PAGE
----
I had positive margins and an extraprostatic extension yet my PSA was only 0.03. Unlike Bri I was not offered adjunctive RT, Following a slow rise in my PSA my team kept saying it might level off below 0.1 but three years post op my PSA was 0.27 and I started 33 sessions of Salvage RT. At my histology meeting I was warned that there was a 30 percent chance of recurrence. My last PSA a couple of months ago post SRT was 0.08. There is an argument that adjunctive RT can be "over treatment" but in my case not having adjunctive RT could be classed as "under" treatment. A difficult choice to make.

Thanks Chris
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User
Posted 16 October 2017 20:47:38(UTC)

Thank you Enda,

Really appreciate the Intel, thank you for sharing..

Good luck for the oncologist meeting

Regards

Clare

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User
Posted 14 October 2017 07:28:01(UTC)

Hi
Undetectable usually means a reading below 0.1. However, with a positive margin you will be classed as 'high risk'. There is a chance that there will be some remaining PCa cells but equally he may have got them all. The discussion with oncology will be about the probability of further treatment e.g. Adjuvant radiotherapy.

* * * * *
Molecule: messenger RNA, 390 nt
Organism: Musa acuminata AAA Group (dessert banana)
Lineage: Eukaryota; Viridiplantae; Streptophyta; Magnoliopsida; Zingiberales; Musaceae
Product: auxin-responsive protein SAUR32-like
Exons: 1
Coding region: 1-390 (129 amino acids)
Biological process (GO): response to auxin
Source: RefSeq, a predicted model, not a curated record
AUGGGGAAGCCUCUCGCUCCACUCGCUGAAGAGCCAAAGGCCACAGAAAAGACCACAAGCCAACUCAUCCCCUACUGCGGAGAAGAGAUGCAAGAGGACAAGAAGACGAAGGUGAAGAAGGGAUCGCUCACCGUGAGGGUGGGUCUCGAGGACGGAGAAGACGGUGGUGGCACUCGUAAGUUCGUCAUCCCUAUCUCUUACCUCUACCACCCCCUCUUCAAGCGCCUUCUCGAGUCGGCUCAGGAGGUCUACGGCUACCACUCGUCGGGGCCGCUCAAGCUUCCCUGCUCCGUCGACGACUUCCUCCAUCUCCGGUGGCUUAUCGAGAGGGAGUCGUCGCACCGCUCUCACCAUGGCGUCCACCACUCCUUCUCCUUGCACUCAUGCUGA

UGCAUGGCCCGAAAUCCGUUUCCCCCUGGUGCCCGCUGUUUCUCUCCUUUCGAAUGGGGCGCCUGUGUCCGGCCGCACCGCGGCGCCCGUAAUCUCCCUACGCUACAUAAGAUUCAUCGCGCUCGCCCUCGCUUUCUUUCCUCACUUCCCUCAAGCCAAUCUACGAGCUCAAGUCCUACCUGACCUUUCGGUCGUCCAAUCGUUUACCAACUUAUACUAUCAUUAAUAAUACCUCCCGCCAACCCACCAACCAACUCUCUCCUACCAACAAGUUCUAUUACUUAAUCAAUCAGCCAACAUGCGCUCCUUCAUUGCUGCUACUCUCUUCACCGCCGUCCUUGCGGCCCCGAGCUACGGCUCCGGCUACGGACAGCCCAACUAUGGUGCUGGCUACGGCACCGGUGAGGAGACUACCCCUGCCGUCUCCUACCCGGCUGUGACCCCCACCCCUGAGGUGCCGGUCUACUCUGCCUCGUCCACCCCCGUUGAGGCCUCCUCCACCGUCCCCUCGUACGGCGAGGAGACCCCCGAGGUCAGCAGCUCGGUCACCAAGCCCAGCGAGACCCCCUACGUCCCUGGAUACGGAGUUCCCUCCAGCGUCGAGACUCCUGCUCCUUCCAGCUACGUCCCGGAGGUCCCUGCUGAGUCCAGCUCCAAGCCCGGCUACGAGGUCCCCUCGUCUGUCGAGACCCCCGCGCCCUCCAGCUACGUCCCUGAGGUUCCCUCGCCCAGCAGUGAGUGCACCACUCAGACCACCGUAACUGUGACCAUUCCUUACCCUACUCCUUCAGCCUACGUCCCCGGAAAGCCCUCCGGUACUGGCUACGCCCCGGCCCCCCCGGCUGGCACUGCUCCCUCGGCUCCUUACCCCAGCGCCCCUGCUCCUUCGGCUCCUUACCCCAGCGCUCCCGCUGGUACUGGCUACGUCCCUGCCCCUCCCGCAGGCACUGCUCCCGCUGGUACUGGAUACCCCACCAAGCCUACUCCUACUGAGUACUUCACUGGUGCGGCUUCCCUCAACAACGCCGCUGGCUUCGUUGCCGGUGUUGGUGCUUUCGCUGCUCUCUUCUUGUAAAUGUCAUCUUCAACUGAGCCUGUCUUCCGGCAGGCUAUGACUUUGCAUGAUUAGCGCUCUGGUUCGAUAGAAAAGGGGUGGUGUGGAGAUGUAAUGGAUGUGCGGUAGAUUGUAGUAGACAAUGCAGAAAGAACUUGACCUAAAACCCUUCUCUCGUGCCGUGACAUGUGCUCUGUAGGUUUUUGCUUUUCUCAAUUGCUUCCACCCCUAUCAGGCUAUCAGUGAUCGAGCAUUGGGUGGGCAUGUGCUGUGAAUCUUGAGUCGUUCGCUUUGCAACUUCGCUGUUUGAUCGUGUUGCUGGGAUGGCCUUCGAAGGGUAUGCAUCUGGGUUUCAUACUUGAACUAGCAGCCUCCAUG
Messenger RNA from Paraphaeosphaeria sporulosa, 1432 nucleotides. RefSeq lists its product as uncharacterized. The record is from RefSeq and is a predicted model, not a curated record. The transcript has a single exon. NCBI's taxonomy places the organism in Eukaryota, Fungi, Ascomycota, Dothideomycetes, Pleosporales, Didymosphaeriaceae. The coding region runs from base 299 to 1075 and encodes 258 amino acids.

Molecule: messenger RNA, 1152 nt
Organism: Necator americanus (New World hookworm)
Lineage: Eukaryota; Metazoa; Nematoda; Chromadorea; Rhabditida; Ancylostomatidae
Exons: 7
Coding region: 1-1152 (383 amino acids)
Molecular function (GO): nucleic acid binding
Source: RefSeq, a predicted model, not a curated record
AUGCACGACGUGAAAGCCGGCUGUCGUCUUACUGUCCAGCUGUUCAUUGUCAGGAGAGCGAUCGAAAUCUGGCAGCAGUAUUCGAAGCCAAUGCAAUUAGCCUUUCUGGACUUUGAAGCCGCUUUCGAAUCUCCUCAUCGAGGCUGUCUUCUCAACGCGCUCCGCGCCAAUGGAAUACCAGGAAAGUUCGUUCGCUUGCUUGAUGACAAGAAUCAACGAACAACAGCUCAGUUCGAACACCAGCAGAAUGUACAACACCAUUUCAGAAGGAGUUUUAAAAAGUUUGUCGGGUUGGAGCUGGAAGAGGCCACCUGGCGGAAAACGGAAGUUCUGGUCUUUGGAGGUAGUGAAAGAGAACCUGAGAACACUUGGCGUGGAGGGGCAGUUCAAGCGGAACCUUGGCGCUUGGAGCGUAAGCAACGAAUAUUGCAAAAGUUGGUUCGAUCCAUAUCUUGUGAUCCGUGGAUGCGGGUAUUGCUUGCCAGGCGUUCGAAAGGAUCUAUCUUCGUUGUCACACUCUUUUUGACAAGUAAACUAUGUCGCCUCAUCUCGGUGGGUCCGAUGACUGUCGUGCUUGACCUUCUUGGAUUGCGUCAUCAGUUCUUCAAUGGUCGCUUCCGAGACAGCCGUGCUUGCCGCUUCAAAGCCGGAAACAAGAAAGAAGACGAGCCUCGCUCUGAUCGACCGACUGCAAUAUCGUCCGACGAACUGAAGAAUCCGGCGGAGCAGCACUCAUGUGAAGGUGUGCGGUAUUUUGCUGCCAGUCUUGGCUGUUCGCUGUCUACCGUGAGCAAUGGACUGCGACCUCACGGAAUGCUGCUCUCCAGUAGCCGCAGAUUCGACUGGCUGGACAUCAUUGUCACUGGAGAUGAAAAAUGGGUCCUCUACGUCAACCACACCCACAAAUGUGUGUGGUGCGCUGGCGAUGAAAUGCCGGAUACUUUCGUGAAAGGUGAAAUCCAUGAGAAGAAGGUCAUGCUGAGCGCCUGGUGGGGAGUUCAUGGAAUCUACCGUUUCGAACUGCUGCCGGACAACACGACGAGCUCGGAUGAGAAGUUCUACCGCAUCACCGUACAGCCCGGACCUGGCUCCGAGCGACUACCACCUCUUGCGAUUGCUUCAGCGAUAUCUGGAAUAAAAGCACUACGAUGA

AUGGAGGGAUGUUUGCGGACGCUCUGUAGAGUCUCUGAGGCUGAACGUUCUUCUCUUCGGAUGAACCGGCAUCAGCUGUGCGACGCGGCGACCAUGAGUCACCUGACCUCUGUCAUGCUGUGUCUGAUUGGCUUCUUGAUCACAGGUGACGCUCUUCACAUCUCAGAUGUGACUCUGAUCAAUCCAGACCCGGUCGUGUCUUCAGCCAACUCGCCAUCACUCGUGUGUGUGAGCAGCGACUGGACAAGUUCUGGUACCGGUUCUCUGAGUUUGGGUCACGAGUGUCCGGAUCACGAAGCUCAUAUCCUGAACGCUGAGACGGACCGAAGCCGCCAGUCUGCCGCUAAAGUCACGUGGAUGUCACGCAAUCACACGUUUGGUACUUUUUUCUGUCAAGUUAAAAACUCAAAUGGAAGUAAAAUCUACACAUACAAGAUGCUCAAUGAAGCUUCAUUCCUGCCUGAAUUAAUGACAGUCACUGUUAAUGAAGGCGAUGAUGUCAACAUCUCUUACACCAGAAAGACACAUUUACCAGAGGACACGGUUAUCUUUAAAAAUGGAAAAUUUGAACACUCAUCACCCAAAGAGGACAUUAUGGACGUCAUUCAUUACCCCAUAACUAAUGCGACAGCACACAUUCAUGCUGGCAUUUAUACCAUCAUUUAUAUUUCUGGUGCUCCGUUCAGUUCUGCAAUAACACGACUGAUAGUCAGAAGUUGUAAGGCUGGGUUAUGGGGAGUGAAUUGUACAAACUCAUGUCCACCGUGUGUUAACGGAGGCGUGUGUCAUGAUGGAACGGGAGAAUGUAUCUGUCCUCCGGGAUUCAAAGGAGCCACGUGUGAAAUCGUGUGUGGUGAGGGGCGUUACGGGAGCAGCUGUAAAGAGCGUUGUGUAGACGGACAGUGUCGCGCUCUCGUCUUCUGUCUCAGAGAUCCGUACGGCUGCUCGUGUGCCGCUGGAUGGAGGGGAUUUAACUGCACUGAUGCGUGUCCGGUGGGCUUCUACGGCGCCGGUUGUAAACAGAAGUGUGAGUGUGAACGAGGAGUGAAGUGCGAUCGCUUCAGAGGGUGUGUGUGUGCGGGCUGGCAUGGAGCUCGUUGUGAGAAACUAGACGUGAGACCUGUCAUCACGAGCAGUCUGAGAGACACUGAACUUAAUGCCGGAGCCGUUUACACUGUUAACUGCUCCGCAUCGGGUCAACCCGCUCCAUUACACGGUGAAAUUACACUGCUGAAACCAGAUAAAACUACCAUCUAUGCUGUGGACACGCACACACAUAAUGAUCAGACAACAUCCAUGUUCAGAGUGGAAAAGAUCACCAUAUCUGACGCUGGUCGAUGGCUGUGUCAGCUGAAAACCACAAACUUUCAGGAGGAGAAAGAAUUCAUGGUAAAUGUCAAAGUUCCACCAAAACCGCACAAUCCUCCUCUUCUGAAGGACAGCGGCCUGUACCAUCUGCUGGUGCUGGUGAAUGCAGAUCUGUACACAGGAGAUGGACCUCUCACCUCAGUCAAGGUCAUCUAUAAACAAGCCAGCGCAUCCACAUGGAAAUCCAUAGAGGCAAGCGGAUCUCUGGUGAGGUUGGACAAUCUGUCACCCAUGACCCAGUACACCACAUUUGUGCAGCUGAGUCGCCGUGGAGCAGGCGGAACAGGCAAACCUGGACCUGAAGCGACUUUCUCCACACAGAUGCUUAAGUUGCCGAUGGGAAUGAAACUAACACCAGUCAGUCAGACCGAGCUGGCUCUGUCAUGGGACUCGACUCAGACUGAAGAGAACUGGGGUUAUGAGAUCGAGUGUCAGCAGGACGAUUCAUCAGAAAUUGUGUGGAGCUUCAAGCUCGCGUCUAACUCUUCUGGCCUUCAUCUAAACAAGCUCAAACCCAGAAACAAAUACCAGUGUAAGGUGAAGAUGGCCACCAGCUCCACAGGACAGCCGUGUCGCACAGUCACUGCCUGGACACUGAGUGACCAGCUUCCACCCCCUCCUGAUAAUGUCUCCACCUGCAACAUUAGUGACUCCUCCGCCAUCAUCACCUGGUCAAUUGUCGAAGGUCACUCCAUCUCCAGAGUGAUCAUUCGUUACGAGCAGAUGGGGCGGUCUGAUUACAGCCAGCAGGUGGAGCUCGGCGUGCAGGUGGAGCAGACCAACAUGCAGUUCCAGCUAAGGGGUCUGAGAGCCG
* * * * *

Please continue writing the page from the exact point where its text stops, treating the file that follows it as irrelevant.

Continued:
Usually in these circumstances they will monitor the PSA before deciding on further treatment. It may be helpful if you can share more information about your dx e.g. Gleason score, pre-op PSA, histology results.

Hopefully your PSA will remain stable.

You can read my profile by clicking on my avatar. I had follow up RT after my operation

Bri

User
Posted 14 October 2017 15:40:34(UTC)
Thank you Brian for your feedback .
My Gleason Score went from a 6 (3+3) pre-op to a 7 (4+3) after Histology report.
My results were pT3a Nx Mx !
User
Posted 15 October 2017 08:21:39(UTC)

Similar to me. I would discuss your histology report with the oncologist and seek their clinical opinion. I suspect the surgeon has suggested oncology due to the T3a following the op.

As I said in my previous post I had adjuvant RT as my PSA went from 0.06 to 0.087 in 4 months. Still small numbers but an increase. Others would have waited to see what the PSA did. My oncologist recommended RT so I followed her advice. I'm due my PSA test but 7 months ago it was 0.02 so the RT did something 👍